CS251 – Project 2: Stacks/Queues Solution

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  1. Overview

Project 2 is split into three parts. In the first part, you will implement a stack class. In the second part, you will use your stack to solve a word-search problem. Finally, in the third part you will write a specialized type of queue called a circular double-ended queue.


  1. Detailed Description


Part 1) Implement a stack that stores ordered pairs (i.e (2,3) or (5,8)).   (20 points)


  • Your task in part 1a will be to implement a growable stack using a linked list format. See the lecture slides for details on this data structure.
  • You may not use C++ STL classes or any of Java’s built-in classes (linked list, stacks, Pair etc.) for this section. Implement this on your own!


Part 2) Use your stack to solve a word search problem.   (40 points)


In this part, you are going to solve a word-search problem, but with a bit of a twist. Normally in these puzzles, you are looking for a word that is written out in a straight line, such as below:







However we want to solve something a bit trickier. In this project, we want to allow the words to be hidden in more interesting patterns, which may not be a line. Such as below:







Unlike above, we allow ourselves to move any direction we want from any letter. Our objective, in this case, is to print out the location of the letters that make up the specified word. Moreover, the output should be in an ordered pair format. The solution for the above example is:


  • 0
  • 1
  • 2
  • 3
  • 3


The first number per line is the row number and the second number per line is the column number (both starting at zero from the top or the left, respectively). Thankfully, stacks provide a solution to problems like this! The basic algorithm to solve this problem works as follows:


  • Begin by searching for the first letter in the word.
  • If you find it, push the location onto your stack, and begin inspecting the immediately surrounding 8 (eight) cells for the next letter. If you are at the boundary of the matrix of letters, do not wrap around to the other side.
  • If you find the next letter, push that location onto the stack and repeat until finished. If, at any point, you do NOT find the letter you want, pop the last location off the stack and resume the search from the previous stage.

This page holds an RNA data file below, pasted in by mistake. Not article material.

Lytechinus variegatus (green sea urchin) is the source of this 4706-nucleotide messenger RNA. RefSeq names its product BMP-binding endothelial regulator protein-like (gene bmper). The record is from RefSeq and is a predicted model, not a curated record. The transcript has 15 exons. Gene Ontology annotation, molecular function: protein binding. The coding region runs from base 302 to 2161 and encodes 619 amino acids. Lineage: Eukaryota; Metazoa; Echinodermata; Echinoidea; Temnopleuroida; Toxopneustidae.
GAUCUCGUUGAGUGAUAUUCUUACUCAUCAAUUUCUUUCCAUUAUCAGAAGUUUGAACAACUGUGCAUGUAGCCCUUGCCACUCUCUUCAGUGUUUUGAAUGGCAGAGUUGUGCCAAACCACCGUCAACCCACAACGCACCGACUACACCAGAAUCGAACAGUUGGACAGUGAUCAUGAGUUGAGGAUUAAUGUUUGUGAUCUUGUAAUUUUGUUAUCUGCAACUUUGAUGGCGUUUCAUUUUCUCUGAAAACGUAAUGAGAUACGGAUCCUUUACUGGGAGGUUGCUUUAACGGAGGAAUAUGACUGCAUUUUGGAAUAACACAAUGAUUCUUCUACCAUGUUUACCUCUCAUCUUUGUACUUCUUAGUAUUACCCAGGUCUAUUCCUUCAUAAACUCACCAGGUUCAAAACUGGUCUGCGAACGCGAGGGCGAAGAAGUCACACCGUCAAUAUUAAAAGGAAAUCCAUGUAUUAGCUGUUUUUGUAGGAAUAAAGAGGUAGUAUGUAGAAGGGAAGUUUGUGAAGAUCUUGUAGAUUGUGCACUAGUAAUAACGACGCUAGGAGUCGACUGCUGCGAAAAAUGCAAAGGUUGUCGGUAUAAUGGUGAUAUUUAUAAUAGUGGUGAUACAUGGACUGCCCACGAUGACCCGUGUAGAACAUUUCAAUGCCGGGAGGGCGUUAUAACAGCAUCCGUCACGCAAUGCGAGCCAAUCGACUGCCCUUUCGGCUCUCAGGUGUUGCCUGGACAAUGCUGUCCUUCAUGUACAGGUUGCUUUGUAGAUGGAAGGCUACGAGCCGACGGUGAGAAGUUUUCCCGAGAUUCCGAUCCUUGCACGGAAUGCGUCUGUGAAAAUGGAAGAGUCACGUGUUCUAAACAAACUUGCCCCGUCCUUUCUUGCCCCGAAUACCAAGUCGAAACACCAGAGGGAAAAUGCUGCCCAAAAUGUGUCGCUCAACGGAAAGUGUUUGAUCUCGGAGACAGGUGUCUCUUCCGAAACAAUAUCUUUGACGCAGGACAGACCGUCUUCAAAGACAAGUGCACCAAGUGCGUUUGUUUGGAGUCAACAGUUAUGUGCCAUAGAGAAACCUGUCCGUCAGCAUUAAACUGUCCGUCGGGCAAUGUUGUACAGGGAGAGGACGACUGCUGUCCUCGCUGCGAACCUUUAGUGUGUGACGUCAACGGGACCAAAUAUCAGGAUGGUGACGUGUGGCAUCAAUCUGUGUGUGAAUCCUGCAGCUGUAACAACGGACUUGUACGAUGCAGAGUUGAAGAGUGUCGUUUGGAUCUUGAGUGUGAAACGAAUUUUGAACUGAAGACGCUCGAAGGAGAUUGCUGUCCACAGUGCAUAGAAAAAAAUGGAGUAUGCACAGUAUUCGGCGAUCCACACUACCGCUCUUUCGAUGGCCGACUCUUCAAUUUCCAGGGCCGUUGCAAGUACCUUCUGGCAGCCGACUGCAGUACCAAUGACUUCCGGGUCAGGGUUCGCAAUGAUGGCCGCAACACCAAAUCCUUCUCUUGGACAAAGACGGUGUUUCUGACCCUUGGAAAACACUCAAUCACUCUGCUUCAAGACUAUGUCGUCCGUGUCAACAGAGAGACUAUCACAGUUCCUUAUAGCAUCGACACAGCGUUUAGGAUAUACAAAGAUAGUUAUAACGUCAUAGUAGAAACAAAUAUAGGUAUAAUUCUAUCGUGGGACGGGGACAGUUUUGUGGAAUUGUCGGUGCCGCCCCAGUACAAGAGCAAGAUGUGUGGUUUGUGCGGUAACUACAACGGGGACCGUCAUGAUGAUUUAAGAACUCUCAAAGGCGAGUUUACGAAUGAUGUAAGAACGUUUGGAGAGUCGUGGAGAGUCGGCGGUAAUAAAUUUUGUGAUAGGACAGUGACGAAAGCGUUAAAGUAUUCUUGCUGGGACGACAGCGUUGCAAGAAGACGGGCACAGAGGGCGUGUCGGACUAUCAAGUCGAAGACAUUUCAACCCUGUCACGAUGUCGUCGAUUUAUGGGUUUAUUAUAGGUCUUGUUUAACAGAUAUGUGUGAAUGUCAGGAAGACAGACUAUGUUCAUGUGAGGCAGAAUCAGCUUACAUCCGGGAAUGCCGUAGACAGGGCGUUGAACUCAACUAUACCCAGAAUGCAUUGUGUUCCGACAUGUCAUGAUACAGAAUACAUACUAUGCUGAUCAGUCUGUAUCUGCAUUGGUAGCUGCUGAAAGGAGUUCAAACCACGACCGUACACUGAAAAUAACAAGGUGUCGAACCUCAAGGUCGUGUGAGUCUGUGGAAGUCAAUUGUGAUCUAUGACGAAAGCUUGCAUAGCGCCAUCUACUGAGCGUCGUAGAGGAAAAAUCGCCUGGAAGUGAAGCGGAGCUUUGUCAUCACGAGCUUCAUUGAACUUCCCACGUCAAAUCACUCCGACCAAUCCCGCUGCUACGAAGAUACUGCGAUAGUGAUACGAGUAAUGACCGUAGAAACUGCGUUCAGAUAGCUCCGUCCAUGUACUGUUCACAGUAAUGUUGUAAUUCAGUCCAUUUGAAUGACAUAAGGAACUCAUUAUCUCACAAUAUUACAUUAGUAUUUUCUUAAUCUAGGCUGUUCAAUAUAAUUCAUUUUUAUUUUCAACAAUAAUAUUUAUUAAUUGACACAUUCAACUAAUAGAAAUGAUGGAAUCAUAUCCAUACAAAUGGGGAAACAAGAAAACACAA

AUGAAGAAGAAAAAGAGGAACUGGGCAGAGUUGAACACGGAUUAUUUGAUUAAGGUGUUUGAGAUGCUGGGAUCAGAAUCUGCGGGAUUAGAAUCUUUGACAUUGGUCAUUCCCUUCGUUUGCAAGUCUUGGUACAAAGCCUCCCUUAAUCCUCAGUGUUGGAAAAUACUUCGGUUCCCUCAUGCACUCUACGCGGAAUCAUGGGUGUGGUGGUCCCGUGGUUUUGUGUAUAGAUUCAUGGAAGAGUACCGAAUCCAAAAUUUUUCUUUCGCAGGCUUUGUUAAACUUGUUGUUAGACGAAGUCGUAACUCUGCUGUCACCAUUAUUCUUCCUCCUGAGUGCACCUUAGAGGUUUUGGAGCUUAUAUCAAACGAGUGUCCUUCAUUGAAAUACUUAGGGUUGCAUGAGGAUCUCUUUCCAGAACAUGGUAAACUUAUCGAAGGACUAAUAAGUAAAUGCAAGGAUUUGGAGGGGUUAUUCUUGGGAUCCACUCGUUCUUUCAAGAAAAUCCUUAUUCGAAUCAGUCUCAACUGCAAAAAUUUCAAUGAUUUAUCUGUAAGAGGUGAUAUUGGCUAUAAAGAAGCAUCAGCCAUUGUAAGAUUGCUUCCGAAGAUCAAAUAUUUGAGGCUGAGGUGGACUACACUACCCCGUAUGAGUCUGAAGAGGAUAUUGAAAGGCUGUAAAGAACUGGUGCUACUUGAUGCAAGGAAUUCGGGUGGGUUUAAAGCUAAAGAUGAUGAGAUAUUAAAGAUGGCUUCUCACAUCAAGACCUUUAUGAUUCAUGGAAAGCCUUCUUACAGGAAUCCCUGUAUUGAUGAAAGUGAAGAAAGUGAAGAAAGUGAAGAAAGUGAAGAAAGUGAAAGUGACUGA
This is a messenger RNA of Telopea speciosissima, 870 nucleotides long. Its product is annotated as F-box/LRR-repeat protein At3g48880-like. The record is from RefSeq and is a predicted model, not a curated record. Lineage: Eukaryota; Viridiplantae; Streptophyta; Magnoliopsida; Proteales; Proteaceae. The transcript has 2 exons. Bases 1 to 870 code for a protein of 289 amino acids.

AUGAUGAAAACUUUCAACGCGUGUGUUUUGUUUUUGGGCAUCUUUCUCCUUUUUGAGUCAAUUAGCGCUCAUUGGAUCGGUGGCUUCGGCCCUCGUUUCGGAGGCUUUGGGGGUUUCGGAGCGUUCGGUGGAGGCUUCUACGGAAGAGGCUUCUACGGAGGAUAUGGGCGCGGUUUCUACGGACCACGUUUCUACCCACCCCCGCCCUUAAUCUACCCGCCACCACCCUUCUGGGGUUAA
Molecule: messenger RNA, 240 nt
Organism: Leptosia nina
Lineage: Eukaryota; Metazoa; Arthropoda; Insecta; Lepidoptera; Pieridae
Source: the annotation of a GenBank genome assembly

• If the word is found, print out the ordered pairs in the correct order. If not, print “not found” (without quotes).


Additional notes for this section:

  • Letters can be re-used in the search. In the given example DAD would be acceptable with the answer being:
    • 3
    • 2

0 3


  1. Circular Double-ended Queue. (40 points)


In a standard queue, objects are inserted at the back and pulled from the front in a First In First Out (FIFO) fashion. There is a variation of a standard queue called a circular doubleended queue, often shortened to circular deque. As you may expect from the name, rather than inserting/deleting only on one side of the queue, these deques allow insertion or deletion from both sides on a circular array. The basic methods you will need to implement for this part are:


  • enqueue_front: Add an item to the front of the queue
  • enqueue_back: Add an item to the back of the queue
  • dequeue_front: Take an item off the front of the queue
  • dequeue_back: Take an item off the back of the queue
  • print_array_size: Print the total size of the allocated array (i.e., how many items could the array store when totally full)
  • print_front_index: Print the index of the front pointer
  • print_rear_index: Print the index of the rear pointer


Your task is to implement a circular double-ended queue using the array-doubling strategy. As in part 1, you cannot use C++ STL classes or predefined java interfaces like deques. You must write your own. You should start with an initial array size of 2.


Regarding front and rear position,

  • If there are no elements, then front and rear index should be reset to -1.
  • The first element should be put into index 0 and front, rear should be pointed to index 0.
  • While doubling the array you should put the previous contents into the new array and relocate the elements such that the element pointed by front starts from index 0. Therefore, the new front index should be point to 0 and rear should be point to index of the last element.


Example:  ‘e’ or ‘d’ represents enqueue or dequeue followed by another character ‘f’ or ‘b’ that represents the operation on the front or back of the queue followed by an integer to use in the operation ( “-” denotes that the cell is empty ).



Command Front Index Rear Index Queue Contents
-1 -1 [-,-] (Initial size of Empty queue : 2)